Dajis also attract travelers and help boost local tourism. In Guiyang, Guizhou Province, where several ethnic groups reside and ethnic culture thrives, the local tourism authority hosts market fairs featuring ethnic snacks and artworks. This helps promote the region's intangible cultural heritage to visitors.

These markets have also evolved variants in cities, such as those dedicated to books, fashionable clothes, technological products, as well as cultural and creative products catering to younger people. Instead of taking place in suburban areas, these city markets are often held near major business districts, shopping malls or tourist sites. Most of the vendors are young people.

However, dajis also face challenges, including maintaining sanitation and food hygiene, ensuring fair trading and preventing crowds from causing traffic congestion, which require continuous efforts by regulatory authorities and market organizers.

A handicraft stall selling Spring Festival gifts at a daji in Suzhou, Jiangsu Province, on January 6 (CNSPHOTO)

A place for the mind 

Through promotion on social media, dajis have also become places for young people, especially college students and those new to the workforce, to hang out.

Wang Siying, a sophomore student from a university in Beijing, usually gets up early in the morning on the days when Shahe Daji in the city's suburban Changping District is held. One of the most renowned market fairs in the district, if not the city, it covers an area of approximately 70,000 square meters and has over 2,000 stalls. It usually opens three times a week and 10 hours a day from 7 a.m.

Visiting the market every week has become a habit for Wang Siying. When she arrives, she typically heads straight to the fruit and vegetable section. The produce is usually transported directly from the fields and is usually swarmed by customers before it can even be unloaded from the trucks. Not only is the produce fresh, the prices are also only half what they would be in the city center.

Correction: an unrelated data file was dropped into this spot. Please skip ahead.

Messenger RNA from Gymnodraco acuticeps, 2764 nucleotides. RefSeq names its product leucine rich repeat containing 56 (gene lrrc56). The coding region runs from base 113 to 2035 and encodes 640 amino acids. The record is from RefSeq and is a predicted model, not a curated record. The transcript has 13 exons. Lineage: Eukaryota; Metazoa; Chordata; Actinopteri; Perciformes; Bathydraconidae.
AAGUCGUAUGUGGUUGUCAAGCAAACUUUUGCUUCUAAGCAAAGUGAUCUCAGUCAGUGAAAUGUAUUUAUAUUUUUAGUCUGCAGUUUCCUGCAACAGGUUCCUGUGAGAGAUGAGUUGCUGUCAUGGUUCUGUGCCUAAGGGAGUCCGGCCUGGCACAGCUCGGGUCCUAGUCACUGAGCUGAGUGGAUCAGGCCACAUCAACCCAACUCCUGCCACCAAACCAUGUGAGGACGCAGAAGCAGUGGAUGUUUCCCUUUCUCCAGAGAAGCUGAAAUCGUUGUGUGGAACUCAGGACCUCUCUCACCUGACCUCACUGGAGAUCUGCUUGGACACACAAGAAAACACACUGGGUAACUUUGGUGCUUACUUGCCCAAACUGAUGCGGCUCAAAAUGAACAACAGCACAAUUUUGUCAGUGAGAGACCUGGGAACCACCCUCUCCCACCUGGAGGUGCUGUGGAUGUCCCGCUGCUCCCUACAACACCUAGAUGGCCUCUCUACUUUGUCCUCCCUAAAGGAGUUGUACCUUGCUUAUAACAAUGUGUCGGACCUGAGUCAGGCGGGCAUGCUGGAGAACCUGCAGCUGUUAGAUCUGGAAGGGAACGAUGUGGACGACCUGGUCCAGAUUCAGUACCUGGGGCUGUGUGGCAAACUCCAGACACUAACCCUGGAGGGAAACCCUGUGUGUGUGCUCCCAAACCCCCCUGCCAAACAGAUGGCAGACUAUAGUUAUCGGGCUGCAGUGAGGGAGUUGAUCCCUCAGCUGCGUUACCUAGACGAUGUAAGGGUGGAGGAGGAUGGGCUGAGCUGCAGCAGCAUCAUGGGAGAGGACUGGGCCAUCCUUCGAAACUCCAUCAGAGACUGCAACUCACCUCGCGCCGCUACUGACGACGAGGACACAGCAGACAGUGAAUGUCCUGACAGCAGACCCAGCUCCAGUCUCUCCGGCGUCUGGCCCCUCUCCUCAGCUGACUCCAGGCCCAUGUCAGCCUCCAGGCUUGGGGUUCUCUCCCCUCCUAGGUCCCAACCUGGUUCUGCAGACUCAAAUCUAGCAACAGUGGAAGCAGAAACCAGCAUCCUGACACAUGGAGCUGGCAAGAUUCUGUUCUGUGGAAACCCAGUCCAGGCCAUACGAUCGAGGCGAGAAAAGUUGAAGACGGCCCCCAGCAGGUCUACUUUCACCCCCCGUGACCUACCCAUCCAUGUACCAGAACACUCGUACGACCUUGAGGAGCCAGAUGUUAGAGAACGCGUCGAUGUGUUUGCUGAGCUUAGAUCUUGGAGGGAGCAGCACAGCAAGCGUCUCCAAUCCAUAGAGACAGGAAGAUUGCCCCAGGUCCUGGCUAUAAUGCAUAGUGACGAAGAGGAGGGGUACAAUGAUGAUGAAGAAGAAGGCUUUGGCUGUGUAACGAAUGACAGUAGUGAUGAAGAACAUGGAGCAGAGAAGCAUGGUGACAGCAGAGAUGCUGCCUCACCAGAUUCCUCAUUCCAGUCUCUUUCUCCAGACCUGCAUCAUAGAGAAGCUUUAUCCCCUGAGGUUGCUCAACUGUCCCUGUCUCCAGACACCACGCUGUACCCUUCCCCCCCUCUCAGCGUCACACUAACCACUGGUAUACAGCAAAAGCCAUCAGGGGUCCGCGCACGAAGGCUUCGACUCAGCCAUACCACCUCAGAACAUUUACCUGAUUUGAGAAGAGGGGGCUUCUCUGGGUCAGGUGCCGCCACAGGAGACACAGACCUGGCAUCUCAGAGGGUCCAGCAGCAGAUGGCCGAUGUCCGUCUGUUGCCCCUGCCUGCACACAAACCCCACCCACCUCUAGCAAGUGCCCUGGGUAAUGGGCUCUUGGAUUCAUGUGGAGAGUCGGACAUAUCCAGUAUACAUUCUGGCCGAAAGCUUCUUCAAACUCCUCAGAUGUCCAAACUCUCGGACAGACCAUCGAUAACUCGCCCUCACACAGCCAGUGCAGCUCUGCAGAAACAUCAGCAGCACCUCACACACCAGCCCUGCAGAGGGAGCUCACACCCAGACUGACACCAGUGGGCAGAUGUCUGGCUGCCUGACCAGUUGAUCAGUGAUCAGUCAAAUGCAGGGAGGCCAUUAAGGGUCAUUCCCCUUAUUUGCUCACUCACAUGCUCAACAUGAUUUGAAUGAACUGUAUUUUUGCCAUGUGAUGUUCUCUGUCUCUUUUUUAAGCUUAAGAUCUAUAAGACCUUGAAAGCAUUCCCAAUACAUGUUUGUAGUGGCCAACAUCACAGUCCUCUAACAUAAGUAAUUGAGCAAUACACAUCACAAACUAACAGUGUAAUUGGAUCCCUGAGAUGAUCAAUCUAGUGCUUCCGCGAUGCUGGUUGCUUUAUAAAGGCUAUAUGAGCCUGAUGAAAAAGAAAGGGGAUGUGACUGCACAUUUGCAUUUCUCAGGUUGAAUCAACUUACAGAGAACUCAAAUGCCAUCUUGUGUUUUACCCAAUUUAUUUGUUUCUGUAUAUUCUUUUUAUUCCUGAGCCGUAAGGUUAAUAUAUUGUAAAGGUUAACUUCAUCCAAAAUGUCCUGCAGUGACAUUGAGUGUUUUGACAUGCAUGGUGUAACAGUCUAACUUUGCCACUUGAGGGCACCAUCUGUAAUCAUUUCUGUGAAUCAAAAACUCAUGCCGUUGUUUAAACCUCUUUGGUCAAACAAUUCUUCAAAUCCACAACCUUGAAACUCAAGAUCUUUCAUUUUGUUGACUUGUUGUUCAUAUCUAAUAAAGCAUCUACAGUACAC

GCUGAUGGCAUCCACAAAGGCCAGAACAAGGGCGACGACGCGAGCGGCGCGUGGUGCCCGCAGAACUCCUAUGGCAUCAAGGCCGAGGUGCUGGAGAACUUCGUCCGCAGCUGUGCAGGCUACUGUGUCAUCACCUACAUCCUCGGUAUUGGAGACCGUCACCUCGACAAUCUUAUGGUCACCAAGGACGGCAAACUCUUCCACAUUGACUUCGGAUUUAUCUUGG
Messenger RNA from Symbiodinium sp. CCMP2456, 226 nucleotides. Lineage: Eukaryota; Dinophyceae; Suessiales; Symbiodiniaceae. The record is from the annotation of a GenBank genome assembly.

Wang Siying also likes browsing the antique section. Although she doesn't really buy much, "It's interesting to listen to the stall owners talking about the origins and use of those antiques," she told Beijing Review. Born in a city in Shandong Province, Wang Siying said dajis help her get in touch with the rural lifestyle and gain more life skills, like how to select the sweetest strawberries.

Nine-to-fiver Wang Yang also likes to go to dajis but for slightly different reasons from Wang Siying. "They are a break from the fast-paced and stressful working life," he said. "The vendors' calls are more like soothing white noise."

Also, as most products at the markets are cheaper than those in groceries or supermarkets, especially when buying in bulk, shopping at dajis can save him more than 1,000 yuan ($139) a month. "Besides, taking a long walk through the market is also a kind of exercise. So it's good for both the body and soul, and the wallet."

Copyedited by G.P. Wilson